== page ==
Anywho, after reading the adventures of Mr. Cronin with these guys, I decided to build up a gravel monster ride(this frame, but roadish parts) for the Shabbos +1 we did last Sunday. I figured it'd be nice on gravel to have a more upright position, so I used a short, steep stem. After some tinkering at the beginning of the ride, I had a real comfy position. Mr, Miles, who was in attendance, mentioned that I was riding rather strong. I don't know if it was the fact that I hadn't done a long ride in quite a while so I had fresh legs, but I did feel quite plucky during the ride. I rode the gravel monster to work Monday and Tuesday, but then switched back over to my race machine yesterday. The aggressive lowered-stem position of the roadie just didn't feel right, especially standing up to sprint/climb. So I real quick switched the stem to the upright position for the ride between UNMC and High Gear in the afternoon. I WAS FLYING!! I felt more comfortable and stronger on that bike than I had for a long time. Granted, a couple hours before I had just downed an Italiano from the local Charbucks kiosk (espresso shot mixed with coffee), and I had a decent cross/tail wind.... But man I felt good.
Well it must have been the coffee and tailwind. Cause on the ride home into a slight headwind, I was nowhere near as strong. I felt comfy... until my rib muscles did a weird spasm thing a half mile from home. It was kinda like a side-ache like you get when you swim right after eating, but more like only when I breathed all the air out of my lungs. It reminded me of the crash I had in Norfolk a few years ago. Very weird.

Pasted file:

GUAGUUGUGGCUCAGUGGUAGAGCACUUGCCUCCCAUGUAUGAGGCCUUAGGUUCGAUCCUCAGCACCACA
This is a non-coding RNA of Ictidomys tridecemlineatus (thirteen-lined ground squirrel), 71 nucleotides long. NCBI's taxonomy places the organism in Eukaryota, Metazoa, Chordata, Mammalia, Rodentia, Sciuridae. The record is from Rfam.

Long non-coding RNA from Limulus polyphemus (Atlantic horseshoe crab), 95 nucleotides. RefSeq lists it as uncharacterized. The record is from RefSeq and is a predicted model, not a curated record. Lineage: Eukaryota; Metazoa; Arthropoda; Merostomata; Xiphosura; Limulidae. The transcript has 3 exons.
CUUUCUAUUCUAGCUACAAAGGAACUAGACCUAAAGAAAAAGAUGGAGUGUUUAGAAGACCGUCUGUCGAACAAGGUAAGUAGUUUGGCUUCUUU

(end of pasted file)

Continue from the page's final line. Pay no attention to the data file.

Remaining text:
So I like the more upright position cause I think I'm not as flexible as I used to be. And I surely don't have the core strength needed to comfortably lean over in an aero/aggressive position for hours on end. I also have been contemplating a near complete cleaning out of my bike stable. I've been working for a few years on finding the "perfect" commuter bike. Guess what I figured out? Any bike can be a perfect commuter bike. And it only took me 3 bikes to figure that out. I've said to myself after each one was done, "I've made a huge mistake." But yet I went back for more....such is the life of a bike tinkerer.
Bikes are meant to be ridden in all kinds of weather, on all kinds of terrain. If the Lincoln/Rapha guys can ride road bikes for 150 miles on gravel, so should I. Sure, some bikes are better suited to certain conditions than others. Being that the majority of my riding is on road, that's probably what my bike should tailor to. So I think I'm going to sell my commuters and just have one roadish and one mtb bike. Once parts fail on my roadie, then I'll replace with parts that are more geared toward my current riding needs. I'll run my current Bonty Race X-lite wheels into the ground and replace with something similar to these. Simple, strong, lightweight. I have no idea how long my Lemond Frame is going to last, but I do really like the Rapha guys take on bikes. A well built lightweight steel frame will replace the aluminum Lemond I current use. That's probably not going to happen for quite a few years since Lemonds are/were good bikes. So hopefully I'll be way more out of debt by the time that happens and I can actually "afford" to go for a custom hand build steel ride. Hey, maybe by then, War Axe bikes will be up and running and I can support some great local guys.
And that's enough rambling and linking for today, campers. Have a good one!